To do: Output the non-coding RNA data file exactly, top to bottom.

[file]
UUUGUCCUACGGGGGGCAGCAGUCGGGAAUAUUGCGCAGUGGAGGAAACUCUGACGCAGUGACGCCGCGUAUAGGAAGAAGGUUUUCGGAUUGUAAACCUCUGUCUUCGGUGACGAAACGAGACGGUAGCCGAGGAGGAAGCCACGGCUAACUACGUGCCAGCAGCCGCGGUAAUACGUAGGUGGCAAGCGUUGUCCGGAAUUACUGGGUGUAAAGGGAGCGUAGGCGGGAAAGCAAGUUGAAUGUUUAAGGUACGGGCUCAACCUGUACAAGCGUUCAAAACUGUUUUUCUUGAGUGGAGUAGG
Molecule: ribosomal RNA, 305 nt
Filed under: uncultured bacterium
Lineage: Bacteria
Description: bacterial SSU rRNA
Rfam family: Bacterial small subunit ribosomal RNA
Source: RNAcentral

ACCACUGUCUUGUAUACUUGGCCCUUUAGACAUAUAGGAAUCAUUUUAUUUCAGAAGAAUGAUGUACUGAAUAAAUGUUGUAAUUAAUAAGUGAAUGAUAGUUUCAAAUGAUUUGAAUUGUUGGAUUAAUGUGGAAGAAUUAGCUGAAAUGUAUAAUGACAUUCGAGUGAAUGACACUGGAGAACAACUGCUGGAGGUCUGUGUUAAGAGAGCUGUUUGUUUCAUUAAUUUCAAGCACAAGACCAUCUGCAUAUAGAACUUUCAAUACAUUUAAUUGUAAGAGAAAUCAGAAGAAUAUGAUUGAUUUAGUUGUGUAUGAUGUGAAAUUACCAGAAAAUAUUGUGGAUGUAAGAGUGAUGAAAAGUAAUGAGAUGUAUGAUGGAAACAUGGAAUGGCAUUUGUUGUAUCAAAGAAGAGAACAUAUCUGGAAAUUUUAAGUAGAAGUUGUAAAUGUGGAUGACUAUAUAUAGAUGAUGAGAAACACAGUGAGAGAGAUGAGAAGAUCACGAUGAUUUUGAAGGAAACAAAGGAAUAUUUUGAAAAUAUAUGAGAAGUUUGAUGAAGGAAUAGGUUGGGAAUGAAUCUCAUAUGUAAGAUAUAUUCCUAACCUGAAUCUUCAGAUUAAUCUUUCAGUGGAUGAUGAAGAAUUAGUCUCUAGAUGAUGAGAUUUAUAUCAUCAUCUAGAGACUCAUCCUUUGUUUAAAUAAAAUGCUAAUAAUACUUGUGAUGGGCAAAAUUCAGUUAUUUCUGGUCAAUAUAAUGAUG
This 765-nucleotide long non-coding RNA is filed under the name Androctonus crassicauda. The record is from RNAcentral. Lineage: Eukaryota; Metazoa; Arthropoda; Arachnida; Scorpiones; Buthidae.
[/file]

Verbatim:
UUUGUCCUACGGGGGGCAGCAGUCGGGAAUAUUGCGCAGUGGAGGAAACUCUGACGCAGUGACGCCGCGUAUAGGAAGAAGGUUUUCGGAUUGUAAACCUCUGUCUUCGGUGACGAAACGAGACGGUAGCCGAGGAGGAAGCCACGGCUAACUACGUGCCAGCAGCCGCGGUAAUACGUAGGUGGCAAGCGUUGUCCGGAAUUACUGGGUGUAAAGGGAGCGUAGGCGGGAAAGCAAGUUGAAUGUUUAAGGUACGGGCUCAACCUGUACAAGCGUUCAAAACUGUUUUUCUUGAGUGGAGUAGG
Molecule: ribosomal RNA, 305 nt
Filed under: uncultured bacterium
Lineage: Bacteria
Description: bacterial SSU rRNA
Rfam family: Bacterial small subunit ribosomal RNA
Source: RNAcentral

ACCACUGUCUUGUAUACUUGGCCCUUUAGACAUAUAGGAAUCAUUUUAUUUCAGAAGAAUGAUGUACUGAAUAAAUGUUGUAAUUAAUAAGUGAAUGAUAGUUUCAAAUGAUUUGAAUUGUUGGAUUAAUGUGGAAGAAUUAGCUGAAAUGUAUAAUGACAUUCGAGUGAAUGACACUGGAGAACAACUGCUGGAGGUCUGUGUUAAGAGAGCUGUUUGUUUCAUUAAUUUCAAGCACAAGACCAUCUGCAUAUAGAACUUUCAAUACAUUUAAUUGUAAGAGAAAUCAGAAGAAUAUGAUUGAUUUAGUUGUGUAUGAUGUGAAAUUACCAGAAAAUAUUGUGGAUGUAAGAGUGAUGAAAAGUAAUGAGAUGUAUGAUGGAAACAUGGAAUGGCAUUUGUUGUAUCAAAGAAGAGAACAUAUCUGGAAAUUUUAAGUAGAAGUUGUAAAUGUGGAUGACUAUAUAUAGAUGAUGAGAAACACAGUGAGAGAGAUGAGAAGAUCACGAUGAUUUUGAAGGAAACAAAGGAAUAUUUUGAAAAUAUAUGAGAAGUUUGAUGAAGGAAUAGGUUGGGAAUGAAUCUCAUAUGUAAGAUAUAUUCCUAACCUGAAUCUUCAGAUUAAUCUUUCAGUGGAUGAUGAAGAAUUAGUCUCUAGAUGAUGAGAUUUAUAUCAUCAUCUAGAGACUCAUCCUUUGUUUAAAUAAAAUGCUAAUAAUACUUGUGAUGGGCAAAAUUCAGUUAUUUCUGGUCAAUAUAAUGAUG
This 765-nucleotide long non-coding RNA is filed under the name Androctonus crassicauda. The record is from RNAcentral. Lineage: Eukaryota; Metazoa; Arthropoda; Arachnida; Scorpiones; Buthidae.